WAITING IS THE HARDEST PART OF LIFE

buffering symbol

One of the most maddening sights on a person’s PC or smart device is the buffering image. Round and round it goes and when it stops, no one knows. We end up doing a lot of waiting in life too. Sometimes it’s worth it and sometimes it isn’t.

As a child, I hated shopping with Mom. She’d be looking at all sorts of adult stuff as my siblings and I fidgeted. All we wanted was to get out of the store and go home but Mom was too preoccupied with dishes and vases to care.

Dad made me wait a lot as well. Being an alcoholic, he left me in the Volkswagen behind the hotel while he sat in the bar with his friends. Time hung heavily since I had nothing to play with. It seemed like hours to me as Dad enjoyed himself while I felt so bored. I also knew what would happen if I left the car. I did that once when it was after curfew and the police drove me and my siblings home. My parents had to go to court as a result.

Then I had to wait three agonizing months before I could leave the school for the blind for the Christmas holidays. There was no mainstreaming of students back then so I had to go to that horrid institution. Worse yet, I was making progress in the first grade of public school before some bureaucrat coerced my parents into exiling me five-hundred miles from home.

When I was mainstreamed into the public school for grade eight, I had to board at various homes in Edmonton, about twenty miles from where my parents lived. I could go home on weekends but it still meant I had to wait to go home.

Once I became an adult, I found that I had to wait for all sorts of things. Waiting for a bus when the temperature was minus thirty was no fun at all, especially when that route was on hourly service only. Waiting to get my first pay cheque was equally painful as I was practically out of money. Then there were those dental and doctor appointments which I had to endure. I’d come on time or early, yet I’d have to wait.

I remember how long it used to take for radios and TVs with vacuum tubes to warm up. When transistor radios became popular, the big boast was that they would turn on instantly. Manufacturers also used to brag about their “instant on” TVs but they really just kept the tube filaments lit.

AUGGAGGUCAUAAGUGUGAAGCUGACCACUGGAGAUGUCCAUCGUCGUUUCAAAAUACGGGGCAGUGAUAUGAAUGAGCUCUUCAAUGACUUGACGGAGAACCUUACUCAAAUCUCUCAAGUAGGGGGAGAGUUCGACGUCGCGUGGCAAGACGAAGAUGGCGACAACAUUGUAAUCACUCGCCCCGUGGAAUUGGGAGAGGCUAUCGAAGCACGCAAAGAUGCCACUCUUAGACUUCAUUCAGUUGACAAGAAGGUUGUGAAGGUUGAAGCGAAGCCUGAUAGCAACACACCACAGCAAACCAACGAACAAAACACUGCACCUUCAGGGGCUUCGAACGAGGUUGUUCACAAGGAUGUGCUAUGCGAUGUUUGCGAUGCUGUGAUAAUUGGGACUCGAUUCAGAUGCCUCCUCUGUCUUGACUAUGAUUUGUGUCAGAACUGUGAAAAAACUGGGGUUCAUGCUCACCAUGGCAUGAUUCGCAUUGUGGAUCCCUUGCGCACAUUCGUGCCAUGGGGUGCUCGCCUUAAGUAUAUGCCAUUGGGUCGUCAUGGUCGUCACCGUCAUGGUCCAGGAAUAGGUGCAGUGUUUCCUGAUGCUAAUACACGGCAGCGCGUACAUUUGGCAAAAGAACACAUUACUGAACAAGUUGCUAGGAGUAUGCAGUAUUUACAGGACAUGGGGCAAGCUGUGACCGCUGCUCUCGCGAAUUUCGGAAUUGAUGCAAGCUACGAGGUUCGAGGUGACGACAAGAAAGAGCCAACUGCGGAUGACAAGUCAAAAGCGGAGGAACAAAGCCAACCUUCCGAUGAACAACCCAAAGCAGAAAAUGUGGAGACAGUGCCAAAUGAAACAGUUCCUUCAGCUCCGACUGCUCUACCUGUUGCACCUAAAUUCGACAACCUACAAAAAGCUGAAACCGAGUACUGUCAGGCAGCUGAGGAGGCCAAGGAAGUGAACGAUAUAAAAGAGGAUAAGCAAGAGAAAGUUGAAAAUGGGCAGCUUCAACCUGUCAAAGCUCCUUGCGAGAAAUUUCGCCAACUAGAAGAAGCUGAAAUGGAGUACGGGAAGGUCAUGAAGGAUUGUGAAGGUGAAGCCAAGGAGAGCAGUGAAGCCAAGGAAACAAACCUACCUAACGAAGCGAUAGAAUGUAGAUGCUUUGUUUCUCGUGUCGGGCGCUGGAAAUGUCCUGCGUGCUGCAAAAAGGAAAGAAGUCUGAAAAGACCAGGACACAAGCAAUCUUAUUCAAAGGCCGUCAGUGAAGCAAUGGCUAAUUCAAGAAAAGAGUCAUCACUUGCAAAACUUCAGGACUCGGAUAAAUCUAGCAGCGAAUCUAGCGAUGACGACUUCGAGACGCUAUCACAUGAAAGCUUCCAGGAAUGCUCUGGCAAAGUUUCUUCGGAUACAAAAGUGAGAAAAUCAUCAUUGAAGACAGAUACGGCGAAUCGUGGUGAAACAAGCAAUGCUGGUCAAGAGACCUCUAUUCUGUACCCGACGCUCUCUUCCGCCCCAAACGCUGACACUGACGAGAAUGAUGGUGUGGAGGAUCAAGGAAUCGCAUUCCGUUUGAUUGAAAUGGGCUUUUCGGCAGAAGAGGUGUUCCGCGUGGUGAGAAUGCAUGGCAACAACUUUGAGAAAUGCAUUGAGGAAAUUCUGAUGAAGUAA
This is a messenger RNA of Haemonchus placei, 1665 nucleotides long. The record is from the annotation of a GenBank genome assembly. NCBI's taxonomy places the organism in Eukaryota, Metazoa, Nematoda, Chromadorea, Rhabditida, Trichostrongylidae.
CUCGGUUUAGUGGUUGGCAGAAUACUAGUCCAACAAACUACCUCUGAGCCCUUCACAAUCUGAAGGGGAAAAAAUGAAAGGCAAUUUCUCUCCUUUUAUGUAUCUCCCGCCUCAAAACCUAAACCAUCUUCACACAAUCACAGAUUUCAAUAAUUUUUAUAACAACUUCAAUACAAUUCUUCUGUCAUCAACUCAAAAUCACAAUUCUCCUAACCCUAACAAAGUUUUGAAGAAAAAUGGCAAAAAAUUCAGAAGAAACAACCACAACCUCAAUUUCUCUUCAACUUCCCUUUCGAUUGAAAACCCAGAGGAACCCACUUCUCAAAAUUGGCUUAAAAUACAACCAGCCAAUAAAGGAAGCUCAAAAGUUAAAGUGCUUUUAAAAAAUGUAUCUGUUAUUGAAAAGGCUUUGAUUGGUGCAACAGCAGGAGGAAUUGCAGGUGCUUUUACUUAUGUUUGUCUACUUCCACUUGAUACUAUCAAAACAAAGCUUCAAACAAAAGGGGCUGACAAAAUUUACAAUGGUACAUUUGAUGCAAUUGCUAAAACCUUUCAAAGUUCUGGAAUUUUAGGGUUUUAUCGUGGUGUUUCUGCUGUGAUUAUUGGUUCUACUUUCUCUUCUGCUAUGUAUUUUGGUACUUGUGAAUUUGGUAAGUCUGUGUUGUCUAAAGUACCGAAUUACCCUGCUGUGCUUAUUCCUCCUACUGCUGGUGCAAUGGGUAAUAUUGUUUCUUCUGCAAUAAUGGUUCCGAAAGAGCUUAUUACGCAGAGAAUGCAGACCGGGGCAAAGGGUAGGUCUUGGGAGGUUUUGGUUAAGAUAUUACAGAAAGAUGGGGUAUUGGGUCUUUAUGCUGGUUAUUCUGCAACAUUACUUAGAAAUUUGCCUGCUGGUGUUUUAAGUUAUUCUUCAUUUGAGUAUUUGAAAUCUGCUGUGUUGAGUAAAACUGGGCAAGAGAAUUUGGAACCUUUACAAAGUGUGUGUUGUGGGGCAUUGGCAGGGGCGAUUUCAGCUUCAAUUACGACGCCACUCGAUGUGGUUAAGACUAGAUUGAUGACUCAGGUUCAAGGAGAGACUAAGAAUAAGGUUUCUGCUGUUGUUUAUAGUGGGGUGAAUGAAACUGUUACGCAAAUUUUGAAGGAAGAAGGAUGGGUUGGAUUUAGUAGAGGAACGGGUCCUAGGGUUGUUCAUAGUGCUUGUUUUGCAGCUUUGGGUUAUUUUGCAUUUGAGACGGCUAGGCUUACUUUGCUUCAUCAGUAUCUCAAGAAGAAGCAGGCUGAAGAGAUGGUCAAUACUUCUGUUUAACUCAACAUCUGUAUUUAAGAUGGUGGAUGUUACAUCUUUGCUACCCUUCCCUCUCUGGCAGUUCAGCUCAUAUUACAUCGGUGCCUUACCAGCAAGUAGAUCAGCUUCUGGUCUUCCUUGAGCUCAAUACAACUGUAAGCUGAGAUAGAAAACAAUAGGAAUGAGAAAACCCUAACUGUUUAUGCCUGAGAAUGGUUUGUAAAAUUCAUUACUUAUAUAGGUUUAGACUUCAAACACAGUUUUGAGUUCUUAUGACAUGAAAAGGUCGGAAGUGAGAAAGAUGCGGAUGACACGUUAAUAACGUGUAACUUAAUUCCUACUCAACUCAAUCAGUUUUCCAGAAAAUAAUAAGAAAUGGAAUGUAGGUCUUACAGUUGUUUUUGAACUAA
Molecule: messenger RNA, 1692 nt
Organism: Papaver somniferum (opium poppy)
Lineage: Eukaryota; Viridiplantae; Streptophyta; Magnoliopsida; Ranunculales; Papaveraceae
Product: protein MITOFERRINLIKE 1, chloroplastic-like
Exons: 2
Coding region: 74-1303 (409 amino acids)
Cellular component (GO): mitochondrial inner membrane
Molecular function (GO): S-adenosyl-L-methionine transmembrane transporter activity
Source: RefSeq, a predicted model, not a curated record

Now we have computers that take a few minutes to get their acts together. Though I’ve removed many programs from the start menu with the MSCONFIG tool, my PC still takes time to set everything up for my use.

I’m also doing my best to wait for a special event. All my life, people told me about how Christ would return. Some said he’d whisk us off to heaven while the world went to hell. When that kept not happening, I became frustrated with the delay. Now I know that the Bible teaches that Christ will appear again in the same way he left our world. He wants as many people as will repent to surrender to him. I now content myself with that knowledge. I no longer watch for signs and events as I once did.

I wrote about my struggle with what errant elders taught me in How I Was Razed: A Journey from Cultism to Christianity. Check out my story of God’s wondrous providence at Amazon, Barnes & Noble, and Powell’s Books.

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Author: bruce Atchison - author

I'm a legally-blind freelance writer as well as the author of How I Was Razed, Deliverance from Jericho, and When a Man Loves a Rabbit. Two of those memoirs are available on my Blogspot page. How I Was Razed is available through Amazon and at the www.virtualbookworm.com page.

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